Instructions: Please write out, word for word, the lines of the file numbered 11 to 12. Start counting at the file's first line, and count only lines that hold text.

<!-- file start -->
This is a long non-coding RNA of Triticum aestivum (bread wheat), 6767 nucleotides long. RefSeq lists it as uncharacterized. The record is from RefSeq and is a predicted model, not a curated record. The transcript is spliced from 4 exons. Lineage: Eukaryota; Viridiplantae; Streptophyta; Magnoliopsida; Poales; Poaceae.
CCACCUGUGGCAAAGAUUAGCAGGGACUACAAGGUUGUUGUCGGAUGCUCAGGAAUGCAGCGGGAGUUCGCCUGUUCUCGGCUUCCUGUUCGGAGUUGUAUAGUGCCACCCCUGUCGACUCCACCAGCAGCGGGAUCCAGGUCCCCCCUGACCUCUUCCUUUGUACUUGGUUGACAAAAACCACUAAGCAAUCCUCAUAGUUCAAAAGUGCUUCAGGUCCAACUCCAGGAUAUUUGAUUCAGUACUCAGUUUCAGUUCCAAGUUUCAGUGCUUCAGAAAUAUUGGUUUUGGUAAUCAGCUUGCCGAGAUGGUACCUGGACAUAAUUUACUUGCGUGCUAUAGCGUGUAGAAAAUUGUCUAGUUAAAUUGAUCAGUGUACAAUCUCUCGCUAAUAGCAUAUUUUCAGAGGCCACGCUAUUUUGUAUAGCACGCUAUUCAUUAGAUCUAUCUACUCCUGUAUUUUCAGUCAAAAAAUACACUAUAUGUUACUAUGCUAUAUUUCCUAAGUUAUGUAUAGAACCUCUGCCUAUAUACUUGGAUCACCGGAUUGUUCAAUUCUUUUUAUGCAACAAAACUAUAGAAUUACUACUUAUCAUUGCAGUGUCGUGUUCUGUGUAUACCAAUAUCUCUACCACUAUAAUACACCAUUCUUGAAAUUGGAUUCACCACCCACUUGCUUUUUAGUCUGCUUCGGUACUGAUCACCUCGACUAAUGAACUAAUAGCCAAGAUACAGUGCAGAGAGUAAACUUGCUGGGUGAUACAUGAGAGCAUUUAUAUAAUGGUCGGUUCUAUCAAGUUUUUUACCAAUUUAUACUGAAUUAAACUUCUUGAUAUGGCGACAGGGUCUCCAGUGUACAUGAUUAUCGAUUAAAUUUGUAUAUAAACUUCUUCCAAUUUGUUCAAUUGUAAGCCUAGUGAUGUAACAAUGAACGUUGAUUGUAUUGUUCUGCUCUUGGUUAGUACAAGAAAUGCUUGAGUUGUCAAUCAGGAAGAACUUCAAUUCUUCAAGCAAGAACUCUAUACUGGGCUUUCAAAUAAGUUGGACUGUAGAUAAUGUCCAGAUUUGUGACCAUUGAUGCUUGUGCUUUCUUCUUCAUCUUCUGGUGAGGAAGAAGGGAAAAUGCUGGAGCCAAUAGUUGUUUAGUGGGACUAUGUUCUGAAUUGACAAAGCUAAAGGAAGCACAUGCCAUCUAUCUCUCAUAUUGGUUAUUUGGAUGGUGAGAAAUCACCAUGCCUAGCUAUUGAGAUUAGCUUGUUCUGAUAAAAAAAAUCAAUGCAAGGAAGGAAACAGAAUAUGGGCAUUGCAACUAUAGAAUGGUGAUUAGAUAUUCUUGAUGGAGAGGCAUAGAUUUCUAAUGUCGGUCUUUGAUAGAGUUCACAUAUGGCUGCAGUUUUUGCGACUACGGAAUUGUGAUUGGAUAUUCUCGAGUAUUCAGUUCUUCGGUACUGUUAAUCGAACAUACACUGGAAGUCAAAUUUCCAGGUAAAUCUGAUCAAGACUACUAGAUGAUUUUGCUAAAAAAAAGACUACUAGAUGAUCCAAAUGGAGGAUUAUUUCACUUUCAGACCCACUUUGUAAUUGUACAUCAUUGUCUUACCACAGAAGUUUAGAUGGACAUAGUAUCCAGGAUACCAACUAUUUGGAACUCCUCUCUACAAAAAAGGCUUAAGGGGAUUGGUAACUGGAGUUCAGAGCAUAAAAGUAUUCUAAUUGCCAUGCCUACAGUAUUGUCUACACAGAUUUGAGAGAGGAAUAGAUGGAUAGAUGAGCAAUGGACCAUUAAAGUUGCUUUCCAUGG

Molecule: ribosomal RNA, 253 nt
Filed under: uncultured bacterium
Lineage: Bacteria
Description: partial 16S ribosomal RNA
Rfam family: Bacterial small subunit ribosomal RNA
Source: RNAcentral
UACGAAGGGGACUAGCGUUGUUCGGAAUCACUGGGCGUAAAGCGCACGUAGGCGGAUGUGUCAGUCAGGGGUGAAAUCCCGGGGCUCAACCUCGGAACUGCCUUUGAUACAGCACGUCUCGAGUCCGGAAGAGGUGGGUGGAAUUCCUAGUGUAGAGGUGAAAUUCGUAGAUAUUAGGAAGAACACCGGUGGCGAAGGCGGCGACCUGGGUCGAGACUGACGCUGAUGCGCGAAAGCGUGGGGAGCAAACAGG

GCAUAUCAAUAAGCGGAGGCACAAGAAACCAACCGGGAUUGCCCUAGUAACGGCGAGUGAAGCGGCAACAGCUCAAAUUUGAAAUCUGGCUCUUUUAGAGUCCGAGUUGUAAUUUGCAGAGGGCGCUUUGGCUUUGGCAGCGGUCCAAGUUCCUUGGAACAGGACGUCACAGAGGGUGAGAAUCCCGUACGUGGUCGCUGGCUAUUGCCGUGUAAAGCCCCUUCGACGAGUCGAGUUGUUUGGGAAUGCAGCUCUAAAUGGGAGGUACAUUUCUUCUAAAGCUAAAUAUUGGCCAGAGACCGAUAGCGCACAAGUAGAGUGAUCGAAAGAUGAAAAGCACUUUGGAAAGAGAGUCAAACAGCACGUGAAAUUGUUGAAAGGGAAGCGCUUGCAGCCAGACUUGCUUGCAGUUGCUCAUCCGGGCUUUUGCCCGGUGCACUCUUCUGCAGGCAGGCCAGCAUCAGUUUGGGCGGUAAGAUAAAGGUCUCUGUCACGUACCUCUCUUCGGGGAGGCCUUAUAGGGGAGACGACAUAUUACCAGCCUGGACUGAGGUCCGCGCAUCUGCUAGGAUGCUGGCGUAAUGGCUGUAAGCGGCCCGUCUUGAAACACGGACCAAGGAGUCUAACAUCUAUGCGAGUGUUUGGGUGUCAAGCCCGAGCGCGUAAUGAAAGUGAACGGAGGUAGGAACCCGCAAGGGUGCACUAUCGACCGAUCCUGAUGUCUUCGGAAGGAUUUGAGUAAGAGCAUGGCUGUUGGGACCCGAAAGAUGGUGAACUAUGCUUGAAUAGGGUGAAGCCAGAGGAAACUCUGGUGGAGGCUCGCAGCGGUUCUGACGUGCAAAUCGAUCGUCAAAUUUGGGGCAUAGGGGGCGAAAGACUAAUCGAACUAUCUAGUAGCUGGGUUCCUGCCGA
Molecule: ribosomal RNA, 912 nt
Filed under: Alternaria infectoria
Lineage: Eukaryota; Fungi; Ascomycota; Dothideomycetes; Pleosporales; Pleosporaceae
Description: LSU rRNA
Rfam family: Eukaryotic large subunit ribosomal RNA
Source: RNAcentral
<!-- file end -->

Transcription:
Molecule: ribosomal RNA, 912 nt
Filed under: Alternaria infectoria